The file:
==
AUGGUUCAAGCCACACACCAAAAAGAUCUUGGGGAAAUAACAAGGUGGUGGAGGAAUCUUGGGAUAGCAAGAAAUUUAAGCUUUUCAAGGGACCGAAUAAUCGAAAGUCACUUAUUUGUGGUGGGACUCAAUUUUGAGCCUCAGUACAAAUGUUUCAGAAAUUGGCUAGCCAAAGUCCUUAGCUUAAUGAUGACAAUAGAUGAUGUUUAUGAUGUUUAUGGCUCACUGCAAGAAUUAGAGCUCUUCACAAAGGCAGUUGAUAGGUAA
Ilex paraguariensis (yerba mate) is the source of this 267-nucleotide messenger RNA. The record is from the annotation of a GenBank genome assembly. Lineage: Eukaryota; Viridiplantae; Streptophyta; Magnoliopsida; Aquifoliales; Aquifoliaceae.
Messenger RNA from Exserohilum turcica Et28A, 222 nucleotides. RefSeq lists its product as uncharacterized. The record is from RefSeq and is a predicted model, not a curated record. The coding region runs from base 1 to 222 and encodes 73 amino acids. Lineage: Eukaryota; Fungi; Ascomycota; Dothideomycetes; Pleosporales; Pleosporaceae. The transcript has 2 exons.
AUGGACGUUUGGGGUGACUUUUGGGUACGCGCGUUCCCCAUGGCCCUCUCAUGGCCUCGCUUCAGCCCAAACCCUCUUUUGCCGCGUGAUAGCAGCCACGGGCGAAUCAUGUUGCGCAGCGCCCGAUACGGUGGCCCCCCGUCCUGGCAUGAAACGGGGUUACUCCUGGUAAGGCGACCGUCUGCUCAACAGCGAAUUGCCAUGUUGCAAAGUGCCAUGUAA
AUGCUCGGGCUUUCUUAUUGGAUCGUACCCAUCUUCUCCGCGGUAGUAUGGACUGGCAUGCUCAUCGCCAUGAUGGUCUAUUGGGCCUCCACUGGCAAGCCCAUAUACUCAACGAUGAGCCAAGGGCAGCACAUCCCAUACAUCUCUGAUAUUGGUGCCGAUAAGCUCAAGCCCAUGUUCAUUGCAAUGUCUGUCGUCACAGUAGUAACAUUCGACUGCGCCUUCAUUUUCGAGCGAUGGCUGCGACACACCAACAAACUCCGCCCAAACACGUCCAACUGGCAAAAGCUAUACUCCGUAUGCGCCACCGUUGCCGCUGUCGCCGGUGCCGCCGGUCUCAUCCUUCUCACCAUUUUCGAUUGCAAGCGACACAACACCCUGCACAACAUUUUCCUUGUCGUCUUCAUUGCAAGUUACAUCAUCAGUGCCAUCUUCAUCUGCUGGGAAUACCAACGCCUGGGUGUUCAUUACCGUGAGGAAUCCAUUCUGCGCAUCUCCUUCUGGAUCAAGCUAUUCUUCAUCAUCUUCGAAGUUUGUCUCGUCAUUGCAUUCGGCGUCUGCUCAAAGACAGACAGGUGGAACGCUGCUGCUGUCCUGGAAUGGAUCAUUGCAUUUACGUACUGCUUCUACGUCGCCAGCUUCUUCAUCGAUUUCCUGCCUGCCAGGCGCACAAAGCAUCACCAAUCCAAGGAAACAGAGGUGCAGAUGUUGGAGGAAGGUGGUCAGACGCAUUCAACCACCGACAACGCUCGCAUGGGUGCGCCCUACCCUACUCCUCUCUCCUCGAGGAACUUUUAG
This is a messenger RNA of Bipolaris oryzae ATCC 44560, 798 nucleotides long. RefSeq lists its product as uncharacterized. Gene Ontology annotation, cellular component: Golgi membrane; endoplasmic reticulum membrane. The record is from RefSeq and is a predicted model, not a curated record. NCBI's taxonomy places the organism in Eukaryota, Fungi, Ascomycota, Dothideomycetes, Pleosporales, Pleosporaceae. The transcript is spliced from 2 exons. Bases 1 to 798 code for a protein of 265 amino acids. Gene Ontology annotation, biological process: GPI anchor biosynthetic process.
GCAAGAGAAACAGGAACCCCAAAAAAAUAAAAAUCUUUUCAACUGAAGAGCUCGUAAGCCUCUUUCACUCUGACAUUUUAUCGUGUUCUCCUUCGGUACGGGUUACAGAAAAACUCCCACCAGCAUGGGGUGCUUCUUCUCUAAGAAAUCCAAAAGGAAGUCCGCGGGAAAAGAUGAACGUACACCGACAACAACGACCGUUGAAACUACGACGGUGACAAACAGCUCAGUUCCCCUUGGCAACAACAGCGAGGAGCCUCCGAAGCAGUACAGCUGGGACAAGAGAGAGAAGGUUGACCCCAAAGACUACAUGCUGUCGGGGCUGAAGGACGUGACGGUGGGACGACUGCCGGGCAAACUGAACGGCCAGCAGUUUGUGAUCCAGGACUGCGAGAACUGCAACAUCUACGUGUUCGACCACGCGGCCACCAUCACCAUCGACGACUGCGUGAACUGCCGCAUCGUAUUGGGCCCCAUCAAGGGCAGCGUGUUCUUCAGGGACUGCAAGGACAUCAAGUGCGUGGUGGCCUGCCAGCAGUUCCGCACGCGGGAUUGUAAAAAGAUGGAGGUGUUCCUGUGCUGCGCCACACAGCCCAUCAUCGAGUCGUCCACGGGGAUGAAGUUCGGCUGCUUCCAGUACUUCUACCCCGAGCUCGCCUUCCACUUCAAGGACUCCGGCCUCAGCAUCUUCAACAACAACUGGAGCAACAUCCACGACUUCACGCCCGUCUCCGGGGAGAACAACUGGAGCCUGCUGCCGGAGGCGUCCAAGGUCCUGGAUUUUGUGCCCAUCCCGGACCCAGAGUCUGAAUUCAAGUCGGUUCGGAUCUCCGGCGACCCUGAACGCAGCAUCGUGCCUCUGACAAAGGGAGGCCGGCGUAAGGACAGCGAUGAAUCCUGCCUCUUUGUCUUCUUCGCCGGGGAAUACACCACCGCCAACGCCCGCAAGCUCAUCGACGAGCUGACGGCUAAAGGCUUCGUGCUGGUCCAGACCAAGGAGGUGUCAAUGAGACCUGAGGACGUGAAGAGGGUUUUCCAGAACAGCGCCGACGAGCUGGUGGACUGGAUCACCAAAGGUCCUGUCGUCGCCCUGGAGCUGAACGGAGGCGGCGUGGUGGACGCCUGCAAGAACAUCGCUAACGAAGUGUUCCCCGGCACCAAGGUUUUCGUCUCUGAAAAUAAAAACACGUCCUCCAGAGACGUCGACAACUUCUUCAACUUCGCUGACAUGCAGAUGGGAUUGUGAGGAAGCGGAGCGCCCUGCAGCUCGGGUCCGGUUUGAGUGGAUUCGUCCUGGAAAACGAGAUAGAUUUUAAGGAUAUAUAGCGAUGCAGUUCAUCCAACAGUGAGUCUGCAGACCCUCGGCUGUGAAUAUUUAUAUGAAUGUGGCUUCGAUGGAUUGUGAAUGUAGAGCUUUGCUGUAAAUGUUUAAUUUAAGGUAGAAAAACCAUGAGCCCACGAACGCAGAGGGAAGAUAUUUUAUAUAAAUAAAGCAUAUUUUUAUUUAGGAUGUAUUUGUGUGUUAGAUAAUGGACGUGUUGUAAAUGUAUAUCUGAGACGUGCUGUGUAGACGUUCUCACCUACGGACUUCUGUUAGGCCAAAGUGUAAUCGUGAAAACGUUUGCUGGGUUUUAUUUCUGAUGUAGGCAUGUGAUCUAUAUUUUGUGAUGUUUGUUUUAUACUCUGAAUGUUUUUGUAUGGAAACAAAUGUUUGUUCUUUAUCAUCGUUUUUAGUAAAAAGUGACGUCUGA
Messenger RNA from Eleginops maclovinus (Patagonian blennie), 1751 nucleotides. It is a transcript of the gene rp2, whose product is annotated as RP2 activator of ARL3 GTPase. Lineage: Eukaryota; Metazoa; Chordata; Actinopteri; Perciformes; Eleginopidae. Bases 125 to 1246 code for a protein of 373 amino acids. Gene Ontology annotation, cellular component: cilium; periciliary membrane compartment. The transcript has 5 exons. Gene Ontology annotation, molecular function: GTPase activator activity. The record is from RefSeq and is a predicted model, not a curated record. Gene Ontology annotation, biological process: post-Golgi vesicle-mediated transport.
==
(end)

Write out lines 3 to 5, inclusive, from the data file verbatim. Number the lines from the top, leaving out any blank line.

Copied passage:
Messenger RNA from Exserohilum turcica Et28A, 222 nucleotides. RefSeq lists its product as uncharacterized. The record is from RefSeq and is a predicted model, not a curated record. The coding region runs from base 1 to 222 and encodes 73 amino acids. Lineage: Eukaryota; Fungi; Ascomycota; Dothideomycetes; Pleosporales; Pleosporaceae. The transcript has 2 exons.
AUGGACGUUUGGGGUGACUUUUGGGUACGCGCGUUCCCCAUGGCCCUCUCAUGGCCUCGCUUCAGCCCAAACCCUCUUUUGCCGCGUGAUAGCAGCCACGGGCGAAUCAUGUUGCGCAGCGCCCGAUACGGUGGCCCCCCGUCCUGGCAUGAAACGGGGUUACUCCUGGUAAGGCGACCGUCUGCUCAACAGCGAAUUGCCAUGUUGCAAAGUGCCAUGUAA
AUGCUCGGGCUUUCUUAUUGGAUCGUACCCAUCUUCUCCGCGGUAGUAUGGACUGGCAUGCUCAUCGCCAUGAUGGUCUAUUGGGCCUCCACUGGCAAGCCCAUAUACUCAACGAUGAGCCAAGGGCAGCACAUCCCAUACAUCUCUGAUAUUGGUGCCGAUAAGCUCAAGCCCAUGUUCAUUGCAAUGUCUGUCGUCACAGUAGUAACAUUCGACUGCGCCUUCAUUUUCGAGCGAUGGCUGCGACACACCAACAAACUCCGCCCAAACACGUCCAACUGGCAAAAGCUAUACUCCGUAUGCGCCACCGUUGCCGCUGUCGCCGGUGCCGCCGGUCUCAUCCUUCUCACCAUUUUCGAUUGCAAGCGACACAACACCCUGCACAACAUUUUCCUUGUCGUCUUCAUUGCAAGUUACAUCAUCAGUGCCAUCUUCAUCUGCUGGGAAUACCAACGCCUGGGUGUUCAUUACCGUGAGGAAUCCAUUCUGCGCAUCUCCUUCUGGAUCAAGCUAUUCUUCAUCAUCUUCGAAGUUUGUCUCGUCAUUGCAUUCGGCGUCUGCUCAAAGACAGACAGGUGGAACGCUGCUGCUGUCCUGGAAUGGAUCAUUGCAUUUACGUACUGCUUCUACGUCGCCAGCUUCUUCAUCGAUUUCCUGCCUGCCAGGCGCACAAAGCAUCACCAAUCCAAGGAAACAGAGGUGCAGAUGUUGGAGGAAGGUGGUCAGACGCAUUCAACCACCGACAACGCUCGCAUGGGUGCGCCCUACCCUACUCCUCUCUCCUCGAGGAACUUUUAG